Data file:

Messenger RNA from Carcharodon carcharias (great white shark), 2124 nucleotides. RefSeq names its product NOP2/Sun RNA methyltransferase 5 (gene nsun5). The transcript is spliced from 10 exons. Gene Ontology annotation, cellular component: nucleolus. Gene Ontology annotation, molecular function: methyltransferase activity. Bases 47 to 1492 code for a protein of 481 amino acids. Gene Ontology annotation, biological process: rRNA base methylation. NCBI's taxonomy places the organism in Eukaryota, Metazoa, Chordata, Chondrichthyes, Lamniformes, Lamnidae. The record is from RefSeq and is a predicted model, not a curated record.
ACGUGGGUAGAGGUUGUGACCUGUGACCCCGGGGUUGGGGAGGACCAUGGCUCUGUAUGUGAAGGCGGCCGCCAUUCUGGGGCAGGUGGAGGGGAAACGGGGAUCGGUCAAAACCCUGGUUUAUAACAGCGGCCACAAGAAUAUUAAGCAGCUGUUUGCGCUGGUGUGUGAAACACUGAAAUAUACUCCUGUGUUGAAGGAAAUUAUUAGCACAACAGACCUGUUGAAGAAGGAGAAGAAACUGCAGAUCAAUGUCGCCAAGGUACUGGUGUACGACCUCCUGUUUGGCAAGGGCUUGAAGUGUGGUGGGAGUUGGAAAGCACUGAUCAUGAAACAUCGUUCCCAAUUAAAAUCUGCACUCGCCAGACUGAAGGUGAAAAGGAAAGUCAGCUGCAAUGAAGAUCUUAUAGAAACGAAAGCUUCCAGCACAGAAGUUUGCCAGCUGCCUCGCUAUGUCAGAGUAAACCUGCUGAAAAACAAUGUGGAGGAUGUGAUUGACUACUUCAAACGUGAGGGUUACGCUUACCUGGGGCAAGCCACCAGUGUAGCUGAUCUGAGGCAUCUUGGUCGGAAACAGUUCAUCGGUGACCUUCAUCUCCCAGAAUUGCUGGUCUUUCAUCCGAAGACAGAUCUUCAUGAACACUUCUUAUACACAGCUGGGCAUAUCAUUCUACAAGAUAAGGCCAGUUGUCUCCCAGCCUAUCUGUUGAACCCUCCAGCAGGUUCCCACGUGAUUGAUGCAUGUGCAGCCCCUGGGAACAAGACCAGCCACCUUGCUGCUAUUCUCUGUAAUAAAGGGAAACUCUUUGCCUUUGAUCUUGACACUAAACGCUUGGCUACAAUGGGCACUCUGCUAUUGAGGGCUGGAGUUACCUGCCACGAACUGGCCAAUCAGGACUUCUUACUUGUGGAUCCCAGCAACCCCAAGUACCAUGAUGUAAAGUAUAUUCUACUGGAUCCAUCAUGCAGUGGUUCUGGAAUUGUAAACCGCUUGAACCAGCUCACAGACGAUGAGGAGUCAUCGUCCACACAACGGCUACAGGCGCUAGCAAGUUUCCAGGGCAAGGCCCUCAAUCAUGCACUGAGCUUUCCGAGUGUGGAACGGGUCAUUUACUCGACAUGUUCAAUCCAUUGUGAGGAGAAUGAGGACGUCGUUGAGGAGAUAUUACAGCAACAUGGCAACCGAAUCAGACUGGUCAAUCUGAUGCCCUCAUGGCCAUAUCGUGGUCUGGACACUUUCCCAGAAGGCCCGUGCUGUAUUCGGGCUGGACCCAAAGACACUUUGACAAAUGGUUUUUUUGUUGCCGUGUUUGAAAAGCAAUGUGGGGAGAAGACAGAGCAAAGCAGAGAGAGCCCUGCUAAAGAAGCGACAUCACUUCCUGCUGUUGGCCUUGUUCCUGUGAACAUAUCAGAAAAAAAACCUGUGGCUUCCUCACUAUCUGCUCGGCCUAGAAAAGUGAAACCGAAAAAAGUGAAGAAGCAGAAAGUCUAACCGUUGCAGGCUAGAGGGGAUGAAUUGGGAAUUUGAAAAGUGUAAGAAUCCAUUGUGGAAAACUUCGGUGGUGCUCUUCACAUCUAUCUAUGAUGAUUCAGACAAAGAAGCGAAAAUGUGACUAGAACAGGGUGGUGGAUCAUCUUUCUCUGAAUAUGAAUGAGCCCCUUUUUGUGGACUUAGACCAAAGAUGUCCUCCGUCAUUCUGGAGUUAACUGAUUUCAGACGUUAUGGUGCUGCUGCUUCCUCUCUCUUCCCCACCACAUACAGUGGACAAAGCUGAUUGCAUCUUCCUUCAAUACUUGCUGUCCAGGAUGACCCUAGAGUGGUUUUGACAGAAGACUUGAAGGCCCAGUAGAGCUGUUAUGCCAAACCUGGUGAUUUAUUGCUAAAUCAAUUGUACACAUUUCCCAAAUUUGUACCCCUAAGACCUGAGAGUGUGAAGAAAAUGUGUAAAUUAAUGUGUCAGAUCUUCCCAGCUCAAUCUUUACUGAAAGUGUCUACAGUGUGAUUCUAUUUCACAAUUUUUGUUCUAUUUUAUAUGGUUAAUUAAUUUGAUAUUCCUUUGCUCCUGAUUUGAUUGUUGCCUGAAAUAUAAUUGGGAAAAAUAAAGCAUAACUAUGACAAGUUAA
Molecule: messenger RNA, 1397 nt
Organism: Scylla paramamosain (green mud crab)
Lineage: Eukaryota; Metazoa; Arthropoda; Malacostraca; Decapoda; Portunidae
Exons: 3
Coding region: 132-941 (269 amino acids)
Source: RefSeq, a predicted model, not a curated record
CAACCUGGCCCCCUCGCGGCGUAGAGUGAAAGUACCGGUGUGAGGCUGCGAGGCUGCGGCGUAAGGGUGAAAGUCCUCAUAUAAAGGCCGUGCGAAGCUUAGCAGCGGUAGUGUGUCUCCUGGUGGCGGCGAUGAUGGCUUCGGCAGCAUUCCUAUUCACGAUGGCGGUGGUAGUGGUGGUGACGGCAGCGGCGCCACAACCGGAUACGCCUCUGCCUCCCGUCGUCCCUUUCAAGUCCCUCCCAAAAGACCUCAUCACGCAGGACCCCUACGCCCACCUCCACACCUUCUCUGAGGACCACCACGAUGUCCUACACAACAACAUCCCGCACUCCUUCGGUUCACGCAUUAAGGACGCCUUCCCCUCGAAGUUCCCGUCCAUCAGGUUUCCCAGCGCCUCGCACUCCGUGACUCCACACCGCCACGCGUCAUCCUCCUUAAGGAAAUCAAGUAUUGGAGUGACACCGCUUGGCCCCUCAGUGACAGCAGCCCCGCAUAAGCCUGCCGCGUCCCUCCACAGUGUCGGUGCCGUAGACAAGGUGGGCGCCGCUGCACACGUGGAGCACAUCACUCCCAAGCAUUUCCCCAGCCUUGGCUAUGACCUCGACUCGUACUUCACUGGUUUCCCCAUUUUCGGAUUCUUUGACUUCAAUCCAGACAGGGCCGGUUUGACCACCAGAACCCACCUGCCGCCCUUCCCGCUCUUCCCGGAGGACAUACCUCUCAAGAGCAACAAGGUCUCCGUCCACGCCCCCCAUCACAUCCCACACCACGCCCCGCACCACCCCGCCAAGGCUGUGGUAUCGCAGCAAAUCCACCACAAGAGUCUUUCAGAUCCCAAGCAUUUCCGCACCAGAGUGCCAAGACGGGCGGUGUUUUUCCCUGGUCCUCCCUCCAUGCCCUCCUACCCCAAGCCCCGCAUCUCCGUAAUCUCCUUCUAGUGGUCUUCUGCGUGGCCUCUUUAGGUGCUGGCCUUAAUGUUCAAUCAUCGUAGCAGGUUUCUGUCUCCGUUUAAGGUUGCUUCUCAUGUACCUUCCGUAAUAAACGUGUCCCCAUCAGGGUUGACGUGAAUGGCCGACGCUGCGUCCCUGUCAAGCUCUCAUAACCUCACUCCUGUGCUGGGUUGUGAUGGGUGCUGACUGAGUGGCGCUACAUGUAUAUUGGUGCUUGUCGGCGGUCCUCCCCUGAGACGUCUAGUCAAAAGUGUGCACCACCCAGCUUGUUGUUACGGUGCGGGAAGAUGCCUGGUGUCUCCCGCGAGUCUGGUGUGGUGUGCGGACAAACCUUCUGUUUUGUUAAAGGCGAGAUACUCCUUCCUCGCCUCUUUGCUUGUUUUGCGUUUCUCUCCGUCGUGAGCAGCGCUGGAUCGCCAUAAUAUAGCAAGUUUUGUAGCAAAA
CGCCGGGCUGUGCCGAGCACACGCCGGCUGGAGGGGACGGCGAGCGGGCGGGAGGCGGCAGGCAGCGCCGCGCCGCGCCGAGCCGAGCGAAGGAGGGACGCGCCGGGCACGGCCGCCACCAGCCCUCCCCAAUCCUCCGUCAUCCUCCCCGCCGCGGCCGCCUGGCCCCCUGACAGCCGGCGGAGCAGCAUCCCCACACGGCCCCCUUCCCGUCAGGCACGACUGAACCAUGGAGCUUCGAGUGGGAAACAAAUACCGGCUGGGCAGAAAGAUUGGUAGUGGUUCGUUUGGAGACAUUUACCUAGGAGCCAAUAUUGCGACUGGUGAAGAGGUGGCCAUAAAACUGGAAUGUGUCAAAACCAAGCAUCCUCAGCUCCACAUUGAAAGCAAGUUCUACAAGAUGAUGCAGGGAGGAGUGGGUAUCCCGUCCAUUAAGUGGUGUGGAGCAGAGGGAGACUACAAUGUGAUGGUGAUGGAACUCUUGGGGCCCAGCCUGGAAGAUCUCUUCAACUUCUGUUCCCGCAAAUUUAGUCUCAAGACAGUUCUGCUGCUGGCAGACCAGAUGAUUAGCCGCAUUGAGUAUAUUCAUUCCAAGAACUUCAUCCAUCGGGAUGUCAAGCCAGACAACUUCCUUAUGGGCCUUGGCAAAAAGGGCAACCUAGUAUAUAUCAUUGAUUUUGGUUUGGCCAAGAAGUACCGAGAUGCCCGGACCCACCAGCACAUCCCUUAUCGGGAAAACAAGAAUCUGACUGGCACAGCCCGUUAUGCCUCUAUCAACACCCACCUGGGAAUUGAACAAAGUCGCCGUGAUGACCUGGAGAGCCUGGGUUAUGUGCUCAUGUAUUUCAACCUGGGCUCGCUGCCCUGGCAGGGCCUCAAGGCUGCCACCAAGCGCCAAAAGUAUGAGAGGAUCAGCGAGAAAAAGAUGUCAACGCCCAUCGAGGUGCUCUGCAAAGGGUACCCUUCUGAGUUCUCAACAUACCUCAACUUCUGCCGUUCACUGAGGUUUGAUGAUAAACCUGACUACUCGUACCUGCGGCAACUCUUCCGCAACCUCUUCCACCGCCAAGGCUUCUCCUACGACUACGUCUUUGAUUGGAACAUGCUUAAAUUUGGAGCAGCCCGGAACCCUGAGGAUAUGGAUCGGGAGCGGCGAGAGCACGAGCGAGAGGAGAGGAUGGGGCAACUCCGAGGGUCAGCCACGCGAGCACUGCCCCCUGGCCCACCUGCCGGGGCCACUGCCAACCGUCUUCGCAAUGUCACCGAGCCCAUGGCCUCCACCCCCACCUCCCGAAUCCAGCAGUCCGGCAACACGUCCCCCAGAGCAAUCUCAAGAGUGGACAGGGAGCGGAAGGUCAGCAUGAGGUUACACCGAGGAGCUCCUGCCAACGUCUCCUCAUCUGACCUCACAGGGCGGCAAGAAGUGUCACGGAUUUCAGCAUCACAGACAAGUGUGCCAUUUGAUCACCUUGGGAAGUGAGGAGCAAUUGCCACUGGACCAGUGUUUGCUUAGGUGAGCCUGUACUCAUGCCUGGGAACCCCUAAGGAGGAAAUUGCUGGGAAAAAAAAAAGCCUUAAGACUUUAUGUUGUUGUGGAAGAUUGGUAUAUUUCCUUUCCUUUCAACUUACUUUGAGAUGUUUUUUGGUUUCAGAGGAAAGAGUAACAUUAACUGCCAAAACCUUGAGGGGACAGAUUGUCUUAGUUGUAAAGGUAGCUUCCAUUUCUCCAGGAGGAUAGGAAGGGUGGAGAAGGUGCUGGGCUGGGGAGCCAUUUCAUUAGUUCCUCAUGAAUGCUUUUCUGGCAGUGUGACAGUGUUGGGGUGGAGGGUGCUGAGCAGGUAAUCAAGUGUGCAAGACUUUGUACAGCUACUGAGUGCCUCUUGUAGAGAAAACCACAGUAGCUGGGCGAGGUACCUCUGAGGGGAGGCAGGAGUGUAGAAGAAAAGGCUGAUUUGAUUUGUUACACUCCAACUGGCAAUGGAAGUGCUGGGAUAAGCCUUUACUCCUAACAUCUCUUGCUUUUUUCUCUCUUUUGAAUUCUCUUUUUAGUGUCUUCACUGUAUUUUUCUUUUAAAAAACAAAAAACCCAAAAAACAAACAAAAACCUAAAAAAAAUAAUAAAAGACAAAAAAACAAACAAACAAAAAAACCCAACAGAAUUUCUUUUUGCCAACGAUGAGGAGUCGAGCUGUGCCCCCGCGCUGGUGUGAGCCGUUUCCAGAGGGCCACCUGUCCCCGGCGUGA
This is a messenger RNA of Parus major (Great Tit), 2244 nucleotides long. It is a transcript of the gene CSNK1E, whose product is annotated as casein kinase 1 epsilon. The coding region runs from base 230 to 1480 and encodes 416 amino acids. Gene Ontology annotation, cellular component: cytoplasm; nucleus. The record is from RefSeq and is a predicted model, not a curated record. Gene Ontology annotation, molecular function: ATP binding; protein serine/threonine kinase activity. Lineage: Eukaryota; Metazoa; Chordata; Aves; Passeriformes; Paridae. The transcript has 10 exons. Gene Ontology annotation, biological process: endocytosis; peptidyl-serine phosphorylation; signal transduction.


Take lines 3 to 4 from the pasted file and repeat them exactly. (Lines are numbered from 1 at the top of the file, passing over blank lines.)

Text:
Molecule: messenger RNA, 1397 nt
Organism: Scylla paramamosain (green mud crab)